The Punt: The right-wing right-hand man
The Punt sat through one of the most entertaining lunchtime talks it has been to recently, even if it didn't entirely agree with the content.
Dublin Chamber of Commerce hosted a talk by Arthur Laffer, the former Economics adviser to former US President Ronald Reagan, below, and the man behind the famous Laffer Curve theory, which purports to show that lower tax rates for the rich will lead to higher tax revenues.
For close to an hour, he had the audience captivated.
He was engaging, funny, entertaining, and, well, pretty right-wing when it comes to tax policy.
The latter wasn't unexpected, however.
He espouses the mantra beloved by US Republic Party supporters (although he stressed he also was a fan of both JFK and Bill Clinton) that big government is bad, and tax is even worse.
If Mr Curve's still around town tonight, Ryan Tubridy should get himself and Clare Daly on 'The Late Late Show' to fight it out.
It's a smart Whip around
What do you do when your startup falls flat? Change what it does. Or, in tech industry jargon, 'pivot'.
That's what NewsWhip, the Dublin-based online media-aggregation startup founded by Paul Quigley and Andrew Mullaney did. When it launched in 2010, the company set out to be another online news and analysis outlet. But there were already loads of those, and it didn't have the critical mass to really challenge bigger players. So it changed its business model completely. It relaunched as a service for publishers and public relations companies, showing them which stories were trending, on which platforms and where.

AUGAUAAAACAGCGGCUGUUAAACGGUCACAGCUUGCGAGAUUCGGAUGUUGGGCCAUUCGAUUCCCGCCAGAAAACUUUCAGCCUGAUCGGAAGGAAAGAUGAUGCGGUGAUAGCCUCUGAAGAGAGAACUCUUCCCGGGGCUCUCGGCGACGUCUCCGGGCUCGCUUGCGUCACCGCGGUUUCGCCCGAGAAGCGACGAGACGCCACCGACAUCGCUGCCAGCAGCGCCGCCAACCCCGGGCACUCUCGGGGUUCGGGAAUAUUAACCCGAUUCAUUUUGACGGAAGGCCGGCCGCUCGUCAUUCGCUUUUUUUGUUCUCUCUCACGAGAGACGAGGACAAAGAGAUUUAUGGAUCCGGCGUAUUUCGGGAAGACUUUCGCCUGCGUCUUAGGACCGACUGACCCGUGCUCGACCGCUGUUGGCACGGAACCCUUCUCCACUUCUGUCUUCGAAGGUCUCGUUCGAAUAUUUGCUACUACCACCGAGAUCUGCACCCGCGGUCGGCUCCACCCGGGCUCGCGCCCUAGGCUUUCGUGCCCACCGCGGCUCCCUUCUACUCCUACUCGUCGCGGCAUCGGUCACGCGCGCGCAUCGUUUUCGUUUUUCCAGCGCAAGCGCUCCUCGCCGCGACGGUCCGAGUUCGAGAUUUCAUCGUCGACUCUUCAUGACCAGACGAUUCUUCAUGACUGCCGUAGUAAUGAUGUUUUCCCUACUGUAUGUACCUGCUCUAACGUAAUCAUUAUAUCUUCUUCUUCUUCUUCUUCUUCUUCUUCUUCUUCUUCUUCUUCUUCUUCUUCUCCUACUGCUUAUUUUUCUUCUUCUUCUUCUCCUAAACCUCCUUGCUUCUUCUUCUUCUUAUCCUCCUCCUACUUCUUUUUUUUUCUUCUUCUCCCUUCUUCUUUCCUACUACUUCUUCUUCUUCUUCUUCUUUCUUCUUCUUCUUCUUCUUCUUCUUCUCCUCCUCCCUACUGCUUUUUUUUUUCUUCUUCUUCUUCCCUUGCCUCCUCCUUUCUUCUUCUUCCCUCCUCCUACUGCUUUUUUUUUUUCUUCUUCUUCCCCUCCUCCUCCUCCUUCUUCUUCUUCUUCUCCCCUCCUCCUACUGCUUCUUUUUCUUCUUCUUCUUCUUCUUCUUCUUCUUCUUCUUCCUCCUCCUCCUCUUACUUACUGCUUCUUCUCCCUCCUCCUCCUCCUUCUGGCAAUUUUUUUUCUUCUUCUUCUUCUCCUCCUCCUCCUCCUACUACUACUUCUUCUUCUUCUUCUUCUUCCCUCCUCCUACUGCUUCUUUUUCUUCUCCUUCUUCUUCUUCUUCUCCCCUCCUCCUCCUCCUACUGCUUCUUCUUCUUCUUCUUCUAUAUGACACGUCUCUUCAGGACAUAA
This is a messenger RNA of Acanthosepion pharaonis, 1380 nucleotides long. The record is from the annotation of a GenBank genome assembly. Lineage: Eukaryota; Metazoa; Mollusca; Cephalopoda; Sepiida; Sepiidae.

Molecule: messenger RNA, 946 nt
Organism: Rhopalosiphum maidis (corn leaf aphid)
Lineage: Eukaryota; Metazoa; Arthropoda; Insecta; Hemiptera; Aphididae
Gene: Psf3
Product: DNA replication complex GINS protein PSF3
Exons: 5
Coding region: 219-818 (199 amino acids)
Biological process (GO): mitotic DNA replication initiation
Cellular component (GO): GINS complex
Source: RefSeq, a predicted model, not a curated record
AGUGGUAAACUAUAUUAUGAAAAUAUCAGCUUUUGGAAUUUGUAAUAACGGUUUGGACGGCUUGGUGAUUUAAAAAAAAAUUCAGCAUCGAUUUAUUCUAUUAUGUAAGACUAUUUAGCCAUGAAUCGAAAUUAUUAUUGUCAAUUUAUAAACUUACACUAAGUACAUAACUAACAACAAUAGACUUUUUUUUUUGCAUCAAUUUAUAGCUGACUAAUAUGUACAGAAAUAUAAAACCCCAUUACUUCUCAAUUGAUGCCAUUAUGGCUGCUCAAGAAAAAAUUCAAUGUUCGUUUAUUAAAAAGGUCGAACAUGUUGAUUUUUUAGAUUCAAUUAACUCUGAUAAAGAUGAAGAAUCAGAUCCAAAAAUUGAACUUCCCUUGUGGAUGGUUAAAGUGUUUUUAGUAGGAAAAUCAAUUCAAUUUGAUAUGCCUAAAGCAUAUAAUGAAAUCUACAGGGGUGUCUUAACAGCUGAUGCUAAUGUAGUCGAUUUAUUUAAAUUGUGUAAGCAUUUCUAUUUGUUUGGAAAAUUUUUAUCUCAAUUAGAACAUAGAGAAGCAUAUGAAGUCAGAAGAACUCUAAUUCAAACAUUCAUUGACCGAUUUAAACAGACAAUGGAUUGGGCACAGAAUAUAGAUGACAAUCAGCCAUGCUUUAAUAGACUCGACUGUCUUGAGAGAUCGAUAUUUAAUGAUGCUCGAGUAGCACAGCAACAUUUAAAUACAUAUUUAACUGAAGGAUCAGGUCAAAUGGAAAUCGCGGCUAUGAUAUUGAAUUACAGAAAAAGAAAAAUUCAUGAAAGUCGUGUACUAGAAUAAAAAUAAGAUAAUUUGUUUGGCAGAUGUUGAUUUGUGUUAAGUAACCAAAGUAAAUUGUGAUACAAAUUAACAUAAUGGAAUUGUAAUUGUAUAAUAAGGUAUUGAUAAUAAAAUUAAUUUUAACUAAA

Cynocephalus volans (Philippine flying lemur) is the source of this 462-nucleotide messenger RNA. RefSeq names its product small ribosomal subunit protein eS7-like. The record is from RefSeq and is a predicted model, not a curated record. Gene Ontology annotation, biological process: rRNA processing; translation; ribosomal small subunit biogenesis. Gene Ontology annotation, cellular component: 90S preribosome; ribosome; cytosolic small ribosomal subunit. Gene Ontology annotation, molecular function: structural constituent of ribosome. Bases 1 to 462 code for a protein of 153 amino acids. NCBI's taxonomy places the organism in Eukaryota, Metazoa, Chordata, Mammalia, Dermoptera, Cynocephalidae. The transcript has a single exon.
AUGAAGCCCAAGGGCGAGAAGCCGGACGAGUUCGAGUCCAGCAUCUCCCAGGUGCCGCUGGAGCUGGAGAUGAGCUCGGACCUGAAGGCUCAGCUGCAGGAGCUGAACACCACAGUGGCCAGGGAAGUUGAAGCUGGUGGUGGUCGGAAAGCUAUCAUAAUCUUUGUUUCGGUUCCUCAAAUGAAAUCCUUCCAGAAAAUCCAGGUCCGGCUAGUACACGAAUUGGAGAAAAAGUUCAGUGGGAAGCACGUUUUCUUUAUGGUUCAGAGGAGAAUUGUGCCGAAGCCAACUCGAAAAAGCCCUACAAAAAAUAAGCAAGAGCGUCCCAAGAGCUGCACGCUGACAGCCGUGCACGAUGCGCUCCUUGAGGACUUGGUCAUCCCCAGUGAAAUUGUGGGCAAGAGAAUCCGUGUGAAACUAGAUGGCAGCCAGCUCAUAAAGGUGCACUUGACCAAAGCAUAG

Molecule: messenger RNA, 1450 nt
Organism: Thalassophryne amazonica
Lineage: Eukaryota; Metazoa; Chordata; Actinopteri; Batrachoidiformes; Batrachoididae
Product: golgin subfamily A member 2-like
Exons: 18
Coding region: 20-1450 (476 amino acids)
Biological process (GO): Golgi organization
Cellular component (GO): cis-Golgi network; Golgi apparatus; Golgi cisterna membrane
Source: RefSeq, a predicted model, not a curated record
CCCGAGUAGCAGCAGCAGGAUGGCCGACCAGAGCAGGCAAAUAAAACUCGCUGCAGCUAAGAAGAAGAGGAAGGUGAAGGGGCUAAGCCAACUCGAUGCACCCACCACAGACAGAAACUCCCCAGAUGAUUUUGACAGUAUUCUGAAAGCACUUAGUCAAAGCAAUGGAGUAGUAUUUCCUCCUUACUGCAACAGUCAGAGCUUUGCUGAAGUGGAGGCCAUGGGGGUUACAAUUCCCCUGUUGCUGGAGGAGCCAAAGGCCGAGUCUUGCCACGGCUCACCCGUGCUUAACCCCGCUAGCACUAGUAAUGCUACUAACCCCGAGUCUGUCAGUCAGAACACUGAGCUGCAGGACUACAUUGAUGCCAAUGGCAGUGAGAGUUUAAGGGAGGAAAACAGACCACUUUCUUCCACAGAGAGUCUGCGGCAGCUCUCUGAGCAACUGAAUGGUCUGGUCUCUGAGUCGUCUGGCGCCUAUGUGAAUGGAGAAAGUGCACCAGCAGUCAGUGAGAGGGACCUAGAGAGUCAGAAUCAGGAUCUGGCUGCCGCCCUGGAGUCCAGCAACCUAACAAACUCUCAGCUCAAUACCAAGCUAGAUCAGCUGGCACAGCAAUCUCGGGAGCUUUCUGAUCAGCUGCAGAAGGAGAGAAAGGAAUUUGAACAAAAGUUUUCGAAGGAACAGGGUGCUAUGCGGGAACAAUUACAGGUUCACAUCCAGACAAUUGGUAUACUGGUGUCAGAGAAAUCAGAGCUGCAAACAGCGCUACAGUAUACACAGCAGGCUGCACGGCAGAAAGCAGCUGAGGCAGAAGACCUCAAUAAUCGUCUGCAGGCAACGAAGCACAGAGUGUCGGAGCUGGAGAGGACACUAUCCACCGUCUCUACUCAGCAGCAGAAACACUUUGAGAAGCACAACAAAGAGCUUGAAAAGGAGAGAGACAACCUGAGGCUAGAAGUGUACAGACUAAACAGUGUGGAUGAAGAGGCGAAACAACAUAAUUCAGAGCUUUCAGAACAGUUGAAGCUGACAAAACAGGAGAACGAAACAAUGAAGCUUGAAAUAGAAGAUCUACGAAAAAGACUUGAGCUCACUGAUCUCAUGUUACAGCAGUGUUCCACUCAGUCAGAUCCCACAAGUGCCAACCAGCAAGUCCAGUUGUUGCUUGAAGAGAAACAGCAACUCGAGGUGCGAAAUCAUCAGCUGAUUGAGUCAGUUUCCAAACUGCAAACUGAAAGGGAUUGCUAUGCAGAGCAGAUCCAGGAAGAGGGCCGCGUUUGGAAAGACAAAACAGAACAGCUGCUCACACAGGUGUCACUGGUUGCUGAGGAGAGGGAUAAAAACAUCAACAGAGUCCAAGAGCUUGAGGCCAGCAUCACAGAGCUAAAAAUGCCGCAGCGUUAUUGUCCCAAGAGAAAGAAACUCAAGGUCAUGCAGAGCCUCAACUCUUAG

"The idea was to map the spread of content across social media in real time, allowing newsrooms and communicators to quickly identify what is resonating in their niche," according to the company.
The switch worked. It has just landed a fresh funding round of $1.6m (€1.4m) from The Associated Press, AIB Seed Capital Fund, Tribal.vc and US seed funds. That comes on top of an earlier funding round of €1m in 2013. NewsWhip is used by big players in the media world, including BuzzFeed, Bloomberg and the 'Daily Mail'.
Limerick grad fights giants
It's a big challenge to take on two of the world's biggest business information providers - Bloomberg and Thomson Reuters - but New York-based Irishman Morgan Downey has been ploughing ahead with an alternative market data platform to compete with the Goliaths.
A graduate of the University of Limerick, the 42-year-old is the chief executive of Money.net, and for four years prior to founding the business he was head of commodities at Bloomberg. He says his platform is available for an annual subscription of $1,140 a year - a small fraction of the $24,000 a year that's charged by Bloomberg for its service.
Downey started working as a commodities trader in Manhattan just two days after graduating from UL, and joined Bloomberg in 2010. He has also worked in banks in the UK, Australia and Singapore.
He told New York-based publication 'Crains', that he's not hoping to "wipe out" Bloomberg or Reuters.
"We're trying to give a Thomson Reuters or Bloomberg experience to people who have never seen [those platforms], and, if we're successful, never will."
The ultimate irony would be that either Bloomberg or Reuters ends up buying the thing. Or would that be a validation?